Various trim levels are offered across the line-up - base 'Discovery Sport', then 'S', 'SE' and 'HSE', plus there are various 'R-Dynamic' options if you want something that looks a bit sportier. You have to have 'R-Dynamic'-spec if you want the P300e PHEV Plug-in hybrid version which is priced from around £47,000.
Various nice touches have been added to the range for you to specify. We'd take a look at the brand's 'Ground View' technology. This uses camera imagery that offers a virtual 180-degree view beneath the vehicle, projected on to the centre-dash touchscreen. You can also now add in a wireless 'phone charger and create a 4G WiFi hotspot.
Cost of Ownership
Let's get to the WLTP figures. The D165 diesel MHEV 48V mild hybrid variant that most buyers will choose manages a WLTP-rated combined cycle fuel return of just under 50mpg and a CO2 reading from 180g/km. The D200 MHEV version manages around 40mpg and from 181g/km.
As mentioned elsewhere in this report, the conventional petrol units benefit from MHEV too and that makes them a far more credible option when it comes to running costs than would previously have been the case. The P200 variant manages up to 30.3mpg on the combined cycle and 213g/km of CO2 emissions. While the P250 manages up to 29.9mpg and 215g/km. The P290 manages 217g/km. The P300e PHEV plug-in version manages between 36-44g/km of CO2, up to 175.5mpg on the combined cycle and a 38 mile all-electric driving range. That emissions figure means a notably low Benefit-in-Kind taxation rating.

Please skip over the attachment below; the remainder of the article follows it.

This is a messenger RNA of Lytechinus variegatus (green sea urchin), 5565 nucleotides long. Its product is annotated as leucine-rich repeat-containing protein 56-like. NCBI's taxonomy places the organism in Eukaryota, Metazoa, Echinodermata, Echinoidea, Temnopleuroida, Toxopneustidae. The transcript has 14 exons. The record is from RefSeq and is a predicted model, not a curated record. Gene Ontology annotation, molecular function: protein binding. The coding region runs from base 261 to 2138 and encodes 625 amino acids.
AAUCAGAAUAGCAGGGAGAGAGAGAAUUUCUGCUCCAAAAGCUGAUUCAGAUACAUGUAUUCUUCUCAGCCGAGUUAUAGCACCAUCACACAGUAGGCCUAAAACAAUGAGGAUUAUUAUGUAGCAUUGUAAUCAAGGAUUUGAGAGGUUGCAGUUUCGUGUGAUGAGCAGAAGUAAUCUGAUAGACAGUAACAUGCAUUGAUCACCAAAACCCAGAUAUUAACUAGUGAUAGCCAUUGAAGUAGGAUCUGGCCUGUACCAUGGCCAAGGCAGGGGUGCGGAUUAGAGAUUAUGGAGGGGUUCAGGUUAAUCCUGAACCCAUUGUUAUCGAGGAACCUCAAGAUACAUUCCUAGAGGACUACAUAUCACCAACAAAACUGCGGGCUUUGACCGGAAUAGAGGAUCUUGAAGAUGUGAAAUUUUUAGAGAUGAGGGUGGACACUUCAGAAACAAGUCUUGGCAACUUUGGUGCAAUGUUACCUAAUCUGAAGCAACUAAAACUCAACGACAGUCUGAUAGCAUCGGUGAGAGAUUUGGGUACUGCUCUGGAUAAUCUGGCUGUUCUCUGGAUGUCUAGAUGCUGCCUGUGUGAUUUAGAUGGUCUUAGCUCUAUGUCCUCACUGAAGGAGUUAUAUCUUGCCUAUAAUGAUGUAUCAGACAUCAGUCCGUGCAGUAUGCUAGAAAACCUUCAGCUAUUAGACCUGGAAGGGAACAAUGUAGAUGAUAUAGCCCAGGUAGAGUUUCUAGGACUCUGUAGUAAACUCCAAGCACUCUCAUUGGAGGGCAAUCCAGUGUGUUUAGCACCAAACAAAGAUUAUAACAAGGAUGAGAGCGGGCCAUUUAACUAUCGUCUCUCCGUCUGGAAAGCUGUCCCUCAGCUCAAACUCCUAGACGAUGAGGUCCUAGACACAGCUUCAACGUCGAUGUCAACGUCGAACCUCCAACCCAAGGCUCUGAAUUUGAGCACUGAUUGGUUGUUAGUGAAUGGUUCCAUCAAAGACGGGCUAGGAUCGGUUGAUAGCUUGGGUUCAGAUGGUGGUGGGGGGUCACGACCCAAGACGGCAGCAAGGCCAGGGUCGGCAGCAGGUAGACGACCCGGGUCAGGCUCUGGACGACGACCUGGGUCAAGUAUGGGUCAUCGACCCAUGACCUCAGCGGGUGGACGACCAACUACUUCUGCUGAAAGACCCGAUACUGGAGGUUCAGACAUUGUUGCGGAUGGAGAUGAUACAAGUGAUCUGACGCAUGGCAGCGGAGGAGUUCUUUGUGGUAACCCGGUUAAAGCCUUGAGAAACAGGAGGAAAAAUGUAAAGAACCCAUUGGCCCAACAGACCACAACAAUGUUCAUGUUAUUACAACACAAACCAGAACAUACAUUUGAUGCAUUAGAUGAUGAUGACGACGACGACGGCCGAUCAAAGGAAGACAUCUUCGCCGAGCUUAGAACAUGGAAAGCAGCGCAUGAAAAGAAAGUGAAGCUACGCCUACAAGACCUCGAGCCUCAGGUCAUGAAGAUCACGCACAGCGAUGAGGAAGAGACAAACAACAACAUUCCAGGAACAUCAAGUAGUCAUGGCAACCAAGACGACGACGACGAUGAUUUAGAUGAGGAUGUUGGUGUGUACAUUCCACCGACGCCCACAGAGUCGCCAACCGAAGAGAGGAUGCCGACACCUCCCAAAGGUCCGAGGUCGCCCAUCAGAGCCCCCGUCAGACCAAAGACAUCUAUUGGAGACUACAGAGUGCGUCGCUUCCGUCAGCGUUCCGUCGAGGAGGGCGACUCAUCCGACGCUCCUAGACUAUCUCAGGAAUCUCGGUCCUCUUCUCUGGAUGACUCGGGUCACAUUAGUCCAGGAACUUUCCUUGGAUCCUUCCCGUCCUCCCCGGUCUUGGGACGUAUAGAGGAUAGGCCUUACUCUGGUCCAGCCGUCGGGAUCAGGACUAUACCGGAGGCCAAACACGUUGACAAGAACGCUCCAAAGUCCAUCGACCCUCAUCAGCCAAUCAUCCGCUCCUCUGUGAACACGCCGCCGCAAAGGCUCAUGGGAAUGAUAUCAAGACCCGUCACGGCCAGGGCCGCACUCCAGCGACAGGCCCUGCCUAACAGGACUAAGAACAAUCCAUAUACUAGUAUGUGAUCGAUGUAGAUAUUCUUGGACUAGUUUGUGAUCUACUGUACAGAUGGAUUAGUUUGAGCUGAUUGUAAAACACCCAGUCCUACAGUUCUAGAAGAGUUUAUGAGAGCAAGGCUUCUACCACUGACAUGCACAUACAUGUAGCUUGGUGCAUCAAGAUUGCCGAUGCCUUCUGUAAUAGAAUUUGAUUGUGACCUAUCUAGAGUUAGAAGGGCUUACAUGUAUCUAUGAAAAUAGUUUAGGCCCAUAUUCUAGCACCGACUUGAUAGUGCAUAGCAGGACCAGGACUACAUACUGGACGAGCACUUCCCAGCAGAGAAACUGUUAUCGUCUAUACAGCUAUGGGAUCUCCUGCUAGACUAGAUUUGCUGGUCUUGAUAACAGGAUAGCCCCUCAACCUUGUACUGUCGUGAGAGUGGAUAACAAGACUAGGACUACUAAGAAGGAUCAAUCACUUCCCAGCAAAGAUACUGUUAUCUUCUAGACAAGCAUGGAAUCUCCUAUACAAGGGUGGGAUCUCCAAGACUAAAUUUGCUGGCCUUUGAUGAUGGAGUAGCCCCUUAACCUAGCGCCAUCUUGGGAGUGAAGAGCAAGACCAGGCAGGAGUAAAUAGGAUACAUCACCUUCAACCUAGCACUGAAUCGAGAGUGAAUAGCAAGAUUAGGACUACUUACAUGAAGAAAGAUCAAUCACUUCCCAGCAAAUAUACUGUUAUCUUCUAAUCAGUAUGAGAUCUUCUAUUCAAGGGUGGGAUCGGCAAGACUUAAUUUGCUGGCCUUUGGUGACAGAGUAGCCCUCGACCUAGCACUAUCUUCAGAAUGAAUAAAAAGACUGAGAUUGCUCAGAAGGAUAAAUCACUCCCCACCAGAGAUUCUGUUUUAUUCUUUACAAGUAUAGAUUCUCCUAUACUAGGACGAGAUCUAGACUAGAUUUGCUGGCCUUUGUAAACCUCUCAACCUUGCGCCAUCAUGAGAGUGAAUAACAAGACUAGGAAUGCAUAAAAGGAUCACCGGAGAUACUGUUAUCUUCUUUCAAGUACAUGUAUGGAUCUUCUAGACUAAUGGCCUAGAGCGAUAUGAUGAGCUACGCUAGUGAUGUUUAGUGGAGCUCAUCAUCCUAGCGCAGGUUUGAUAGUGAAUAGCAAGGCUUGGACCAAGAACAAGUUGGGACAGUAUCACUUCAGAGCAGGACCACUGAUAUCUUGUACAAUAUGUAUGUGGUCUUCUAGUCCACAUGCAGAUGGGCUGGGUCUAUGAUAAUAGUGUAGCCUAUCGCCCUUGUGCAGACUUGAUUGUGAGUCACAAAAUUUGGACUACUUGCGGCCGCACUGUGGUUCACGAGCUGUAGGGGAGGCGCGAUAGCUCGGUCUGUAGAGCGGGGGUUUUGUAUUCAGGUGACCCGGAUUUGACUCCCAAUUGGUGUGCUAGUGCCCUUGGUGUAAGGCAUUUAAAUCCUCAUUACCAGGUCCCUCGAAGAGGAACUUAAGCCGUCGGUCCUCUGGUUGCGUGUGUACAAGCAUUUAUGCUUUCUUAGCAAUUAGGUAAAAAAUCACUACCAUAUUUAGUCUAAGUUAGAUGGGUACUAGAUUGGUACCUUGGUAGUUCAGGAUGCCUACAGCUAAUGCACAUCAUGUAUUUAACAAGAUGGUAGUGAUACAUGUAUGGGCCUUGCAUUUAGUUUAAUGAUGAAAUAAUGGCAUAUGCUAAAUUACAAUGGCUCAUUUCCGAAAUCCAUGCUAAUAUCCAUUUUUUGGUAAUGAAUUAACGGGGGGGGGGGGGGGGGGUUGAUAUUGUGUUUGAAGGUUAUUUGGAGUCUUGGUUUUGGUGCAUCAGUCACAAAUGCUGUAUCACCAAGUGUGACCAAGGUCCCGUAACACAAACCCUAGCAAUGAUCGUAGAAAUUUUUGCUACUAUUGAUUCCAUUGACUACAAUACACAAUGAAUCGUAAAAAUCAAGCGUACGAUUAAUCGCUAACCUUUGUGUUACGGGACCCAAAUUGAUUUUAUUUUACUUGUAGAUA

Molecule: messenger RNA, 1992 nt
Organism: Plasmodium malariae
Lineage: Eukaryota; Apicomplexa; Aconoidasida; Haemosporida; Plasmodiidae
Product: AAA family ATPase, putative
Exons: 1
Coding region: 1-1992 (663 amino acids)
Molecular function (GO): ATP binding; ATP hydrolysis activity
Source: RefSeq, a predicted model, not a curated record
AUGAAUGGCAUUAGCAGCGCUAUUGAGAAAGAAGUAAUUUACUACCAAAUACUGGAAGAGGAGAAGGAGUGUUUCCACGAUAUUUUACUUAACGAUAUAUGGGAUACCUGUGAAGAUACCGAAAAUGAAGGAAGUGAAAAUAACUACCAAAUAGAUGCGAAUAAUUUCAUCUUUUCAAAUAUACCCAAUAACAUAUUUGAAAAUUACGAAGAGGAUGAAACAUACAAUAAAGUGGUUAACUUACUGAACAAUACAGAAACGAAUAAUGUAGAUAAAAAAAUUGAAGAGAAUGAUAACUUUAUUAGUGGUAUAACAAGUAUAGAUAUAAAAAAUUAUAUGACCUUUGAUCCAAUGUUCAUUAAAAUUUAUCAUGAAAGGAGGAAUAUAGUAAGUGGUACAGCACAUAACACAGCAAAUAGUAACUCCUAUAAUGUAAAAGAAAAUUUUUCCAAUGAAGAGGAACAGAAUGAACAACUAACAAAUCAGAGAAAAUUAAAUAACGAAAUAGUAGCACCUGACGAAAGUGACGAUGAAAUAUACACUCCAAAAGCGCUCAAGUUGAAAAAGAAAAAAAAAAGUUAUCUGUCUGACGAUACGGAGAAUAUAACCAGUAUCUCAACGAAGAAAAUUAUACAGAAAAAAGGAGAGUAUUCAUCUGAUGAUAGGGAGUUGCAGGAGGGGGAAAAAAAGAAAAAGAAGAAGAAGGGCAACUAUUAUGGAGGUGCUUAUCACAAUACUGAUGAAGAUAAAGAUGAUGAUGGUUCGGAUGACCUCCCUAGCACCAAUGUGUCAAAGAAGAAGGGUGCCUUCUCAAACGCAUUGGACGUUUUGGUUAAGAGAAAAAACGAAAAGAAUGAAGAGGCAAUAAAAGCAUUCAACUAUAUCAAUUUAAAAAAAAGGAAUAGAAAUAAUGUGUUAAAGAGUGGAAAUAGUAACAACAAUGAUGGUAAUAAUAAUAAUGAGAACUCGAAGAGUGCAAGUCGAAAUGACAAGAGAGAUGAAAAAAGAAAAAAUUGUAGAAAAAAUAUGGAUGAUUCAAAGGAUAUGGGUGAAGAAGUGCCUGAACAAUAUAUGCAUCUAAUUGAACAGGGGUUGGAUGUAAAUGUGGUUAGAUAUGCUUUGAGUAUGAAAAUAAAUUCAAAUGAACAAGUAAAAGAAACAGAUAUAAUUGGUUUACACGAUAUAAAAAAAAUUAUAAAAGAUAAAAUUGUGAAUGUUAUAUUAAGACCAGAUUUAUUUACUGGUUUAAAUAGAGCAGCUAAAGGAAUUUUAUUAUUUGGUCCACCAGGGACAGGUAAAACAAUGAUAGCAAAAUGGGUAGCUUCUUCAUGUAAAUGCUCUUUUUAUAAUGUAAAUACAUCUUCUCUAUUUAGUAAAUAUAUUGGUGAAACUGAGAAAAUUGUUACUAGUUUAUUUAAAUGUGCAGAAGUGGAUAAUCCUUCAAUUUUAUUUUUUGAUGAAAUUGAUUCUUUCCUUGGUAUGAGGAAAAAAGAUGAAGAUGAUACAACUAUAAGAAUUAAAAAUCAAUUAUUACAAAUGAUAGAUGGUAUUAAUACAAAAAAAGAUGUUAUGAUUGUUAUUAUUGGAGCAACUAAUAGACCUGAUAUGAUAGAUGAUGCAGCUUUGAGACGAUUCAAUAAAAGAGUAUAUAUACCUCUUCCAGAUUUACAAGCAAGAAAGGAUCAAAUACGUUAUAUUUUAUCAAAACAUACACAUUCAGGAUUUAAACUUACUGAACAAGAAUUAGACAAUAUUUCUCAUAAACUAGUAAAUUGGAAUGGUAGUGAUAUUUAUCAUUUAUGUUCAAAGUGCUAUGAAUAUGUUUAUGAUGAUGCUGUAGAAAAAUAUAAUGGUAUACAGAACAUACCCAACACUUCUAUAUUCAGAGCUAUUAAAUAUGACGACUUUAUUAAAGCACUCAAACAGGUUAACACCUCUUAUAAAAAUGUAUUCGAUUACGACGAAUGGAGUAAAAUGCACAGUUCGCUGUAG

With all the conventional AWD petrol and diesel models, a more sophisticated 'Active Driveline' system ensures that you spend more time in efficient two wheel drive when extra traction isn't needed. Residuals should be reasonably strong; certainly better than the volume brand alternatives in this segment.
In theory, there are lots of competitors for this car. But loyal Disco Sport buyers don't tend to consider them. That's partly because 'D'-segment SUV 7-seat rivals from Volkswagen, Peugeot, SEAT, Hyundai and Kia don't have Land Rover's brand equity. Partly because they can't tow as effectively. And partly because they can't hold a candle to this car off road.
There were issues with the original version of this car though, primarily in the way that it's fuel and CO2 emissions lagged behind the opposition. So the adoption of mild hybrid 48-volt tech in this revised model is welcome. Rivals are still more frugal, but Land Rover has closed the gap. The cabin improvements and the extra technology features will help this car in the showroom too. If you wanted one of these before, you'll want it even more now. And if you didn't, it might be worth taking another look. 'Above and beyond' was the objective in re-developing this model. In considering the end result, you'd have to say that mission's been accomplished.